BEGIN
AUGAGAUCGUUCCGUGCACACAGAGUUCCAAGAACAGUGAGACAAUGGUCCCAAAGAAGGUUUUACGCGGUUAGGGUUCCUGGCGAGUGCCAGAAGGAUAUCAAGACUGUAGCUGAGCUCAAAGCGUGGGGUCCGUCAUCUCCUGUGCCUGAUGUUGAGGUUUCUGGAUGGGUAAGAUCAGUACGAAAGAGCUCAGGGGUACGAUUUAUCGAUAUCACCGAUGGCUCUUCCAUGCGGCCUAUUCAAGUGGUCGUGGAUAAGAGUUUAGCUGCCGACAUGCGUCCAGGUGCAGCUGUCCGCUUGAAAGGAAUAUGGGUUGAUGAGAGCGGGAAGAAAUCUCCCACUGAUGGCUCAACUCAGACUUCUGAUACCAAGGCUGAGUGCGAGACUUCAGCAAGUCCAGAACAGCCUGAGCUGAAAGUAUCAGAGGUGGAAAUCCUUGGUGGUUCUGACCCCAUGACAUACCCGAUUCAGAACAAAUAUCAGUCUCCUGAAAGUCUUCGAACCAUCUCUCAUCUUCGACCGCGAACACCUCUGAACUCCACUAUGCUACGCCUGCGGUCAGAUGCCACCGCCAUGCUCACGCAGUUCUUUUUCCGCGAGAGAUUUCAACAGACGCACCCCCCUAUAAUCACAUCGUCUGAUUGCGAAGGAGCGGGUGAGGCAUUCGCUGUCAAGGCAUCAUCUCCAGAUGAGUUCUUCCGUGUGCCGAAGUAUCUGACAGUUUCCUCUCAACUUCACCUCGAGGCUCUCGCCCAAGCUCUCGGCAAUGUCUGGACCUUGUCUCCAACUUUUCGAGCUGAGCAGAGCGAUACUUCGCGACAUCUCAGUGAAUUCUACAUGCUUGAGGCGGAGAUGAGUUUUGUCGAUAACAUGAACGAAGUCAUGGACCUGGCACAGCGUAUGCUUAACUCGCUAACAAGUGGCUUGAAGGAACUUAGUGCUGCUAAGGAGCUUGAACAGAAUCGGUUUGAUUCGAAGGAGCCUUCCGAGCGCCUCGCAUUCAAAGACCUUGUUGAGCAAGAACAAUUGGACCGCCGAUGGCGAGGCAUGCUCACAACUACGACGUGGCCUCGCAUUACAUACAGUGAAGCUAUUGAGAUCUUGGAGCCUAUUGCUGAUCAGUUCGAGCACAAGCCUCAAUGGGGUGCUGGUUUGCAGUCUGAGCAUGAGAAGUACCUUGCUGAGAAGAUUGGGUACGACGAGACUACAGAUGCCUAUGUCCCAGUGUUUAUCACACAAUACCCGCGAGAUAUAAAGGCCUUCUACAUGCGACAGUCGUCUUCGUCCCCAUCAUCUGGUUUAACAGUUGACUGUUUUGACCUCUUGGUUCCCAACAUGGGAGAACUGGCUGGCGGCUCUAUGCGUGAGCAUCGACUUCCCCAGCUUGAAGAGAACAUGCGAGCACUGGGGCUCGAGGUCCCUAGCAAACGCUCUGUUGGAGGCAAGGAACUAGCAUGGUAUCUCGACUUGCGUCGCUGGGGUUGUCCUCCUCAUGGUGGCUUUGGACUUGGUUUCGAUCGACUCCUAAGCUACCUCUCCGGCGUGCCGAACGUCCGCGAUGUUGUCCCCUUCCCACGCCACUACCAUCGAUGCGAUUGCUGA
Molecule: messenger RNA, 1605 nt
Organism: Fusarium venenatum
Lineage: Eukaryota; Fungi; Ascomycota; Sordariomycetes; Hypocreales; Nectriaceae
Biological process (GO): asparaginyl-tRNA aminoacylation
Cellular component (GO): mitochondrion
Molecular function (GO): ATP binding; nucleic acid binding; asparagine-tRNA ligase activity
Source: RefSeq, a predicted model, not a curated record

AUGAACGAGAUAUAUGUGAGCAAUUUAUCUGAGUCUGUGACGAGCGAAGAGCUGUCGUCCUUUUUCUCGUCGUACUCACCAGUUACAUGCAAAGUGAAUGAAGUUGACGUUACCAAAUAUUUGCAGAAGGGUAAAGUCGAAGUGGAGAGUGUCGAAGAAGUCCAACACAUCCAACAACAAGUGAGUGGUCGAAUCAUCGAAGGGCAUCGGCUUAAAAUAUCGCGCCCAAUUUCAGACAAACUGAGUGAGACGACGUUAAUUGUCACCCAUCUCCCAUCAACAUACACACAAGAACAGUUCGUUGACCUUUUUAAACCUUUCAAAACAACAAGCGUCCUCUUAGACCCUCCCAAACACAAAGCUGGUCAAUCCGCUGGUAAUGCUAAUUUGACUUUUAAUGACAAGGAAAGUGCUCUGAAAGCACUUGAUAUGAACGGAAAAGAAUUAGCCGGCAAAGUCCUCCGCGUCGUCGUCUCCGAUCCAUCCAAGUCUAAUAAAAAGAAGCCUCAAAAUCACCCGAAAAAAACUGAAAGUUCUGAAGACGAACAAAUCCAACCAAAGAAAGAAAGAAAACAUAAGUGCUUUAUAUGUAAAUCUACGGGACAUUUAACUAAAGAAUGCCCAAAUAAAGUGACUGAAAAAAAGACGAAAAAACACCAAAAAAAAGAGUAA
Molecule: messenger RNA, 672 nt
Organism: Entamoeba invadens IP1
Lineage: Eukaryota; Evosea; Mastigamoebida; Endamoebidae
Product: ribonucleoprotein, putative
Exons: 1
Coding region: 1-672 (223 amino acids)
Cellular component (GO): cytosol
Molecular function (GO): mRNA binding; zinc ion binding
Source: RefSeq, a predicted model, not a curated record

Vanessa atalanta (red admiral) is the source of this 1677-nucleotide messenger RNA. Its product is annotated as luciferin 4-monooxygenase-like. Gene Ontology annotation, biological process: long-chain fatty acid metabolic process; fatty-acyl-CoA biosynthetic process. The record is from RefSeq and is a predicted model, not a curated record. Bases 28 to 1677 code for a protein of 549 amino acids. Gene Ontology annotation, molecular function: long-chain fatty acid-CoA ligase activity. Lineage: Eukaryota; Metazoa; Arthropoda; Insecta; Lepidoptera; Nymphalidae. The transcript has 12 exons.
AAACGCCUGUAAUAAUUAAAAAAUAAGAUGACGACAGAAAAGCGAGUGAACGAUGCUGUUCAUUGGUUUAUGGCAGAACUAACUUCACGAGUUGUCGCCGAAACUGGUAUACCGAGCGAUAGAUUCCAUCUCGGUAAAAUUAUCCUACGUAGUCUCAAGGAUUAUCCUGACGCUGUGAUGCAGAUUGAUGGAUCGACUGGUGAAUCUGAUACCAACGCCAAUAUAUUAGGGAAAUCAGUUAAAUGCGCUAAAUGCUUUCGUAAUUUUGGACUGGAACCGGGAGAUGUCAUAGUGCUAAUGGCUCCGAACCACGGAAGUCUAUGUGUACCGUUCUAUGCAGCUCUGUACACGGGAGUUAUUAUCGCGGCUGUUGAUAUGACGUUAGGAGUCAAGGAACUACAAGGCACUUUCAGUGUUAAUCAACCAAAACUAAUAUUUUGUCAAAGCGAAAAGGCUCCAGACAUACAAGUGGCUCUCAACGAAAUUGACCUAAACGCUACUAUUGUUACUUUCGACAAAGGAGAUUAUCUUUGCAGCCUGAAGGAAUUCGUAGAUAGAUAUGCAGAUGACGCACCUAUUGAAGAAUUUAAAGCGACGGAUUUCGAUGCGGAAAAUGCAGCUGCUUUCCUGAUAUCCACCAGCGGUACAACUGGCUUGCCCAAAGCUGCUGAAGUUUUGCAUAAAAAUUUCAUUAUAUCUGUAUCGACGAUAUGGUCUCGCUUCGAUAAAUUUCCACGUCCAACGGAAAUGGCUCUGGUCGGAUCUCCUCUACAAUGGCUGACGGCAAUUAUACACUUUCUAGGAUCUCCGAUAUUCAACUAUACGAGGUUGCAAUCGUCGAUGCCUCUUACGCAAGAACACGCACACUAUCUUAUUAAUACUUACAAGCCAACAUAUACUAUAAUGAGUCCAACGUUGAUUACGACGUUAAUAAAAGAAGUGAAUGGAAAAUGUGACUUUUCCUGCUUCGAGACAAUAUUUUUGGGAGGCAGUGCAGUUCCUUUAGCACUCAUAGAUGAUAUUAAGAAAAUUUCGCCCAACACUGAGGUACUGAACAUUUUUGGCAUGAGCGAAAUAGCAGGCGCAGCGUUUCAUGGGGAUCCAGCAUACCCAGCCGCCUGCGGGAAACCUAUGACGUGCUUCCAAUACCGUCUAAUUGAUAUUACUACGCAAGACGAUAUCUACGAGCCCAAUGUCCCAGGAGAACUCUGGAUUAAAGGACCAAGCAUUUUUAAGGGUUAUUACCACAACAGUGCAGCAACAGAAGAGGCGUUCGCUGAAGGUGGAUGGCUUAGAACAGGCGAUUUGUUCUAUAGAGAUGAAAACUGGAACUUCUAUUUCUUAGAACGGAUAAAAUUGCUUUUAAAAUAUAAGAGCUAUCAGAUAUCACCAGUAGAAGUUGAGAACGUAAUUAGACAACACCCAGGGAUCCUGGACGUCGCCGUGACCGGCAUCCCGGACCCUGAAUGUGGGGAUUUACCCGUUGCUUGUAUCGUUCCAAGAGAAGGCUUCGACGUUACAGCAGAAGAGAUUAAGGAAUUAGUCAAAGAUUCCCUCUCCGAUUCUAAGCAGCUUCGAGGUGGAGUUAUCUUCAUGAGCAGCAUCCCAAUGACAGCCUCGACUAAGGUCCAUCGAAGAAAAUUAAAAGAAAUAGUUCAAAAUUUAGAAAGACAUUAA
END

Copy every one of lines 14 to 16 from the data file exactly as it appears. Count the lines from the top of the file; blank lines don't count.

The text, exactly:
Exons: 1
Coding region: 1-672 (223 amino acids)
Cellular component (GO): cytosol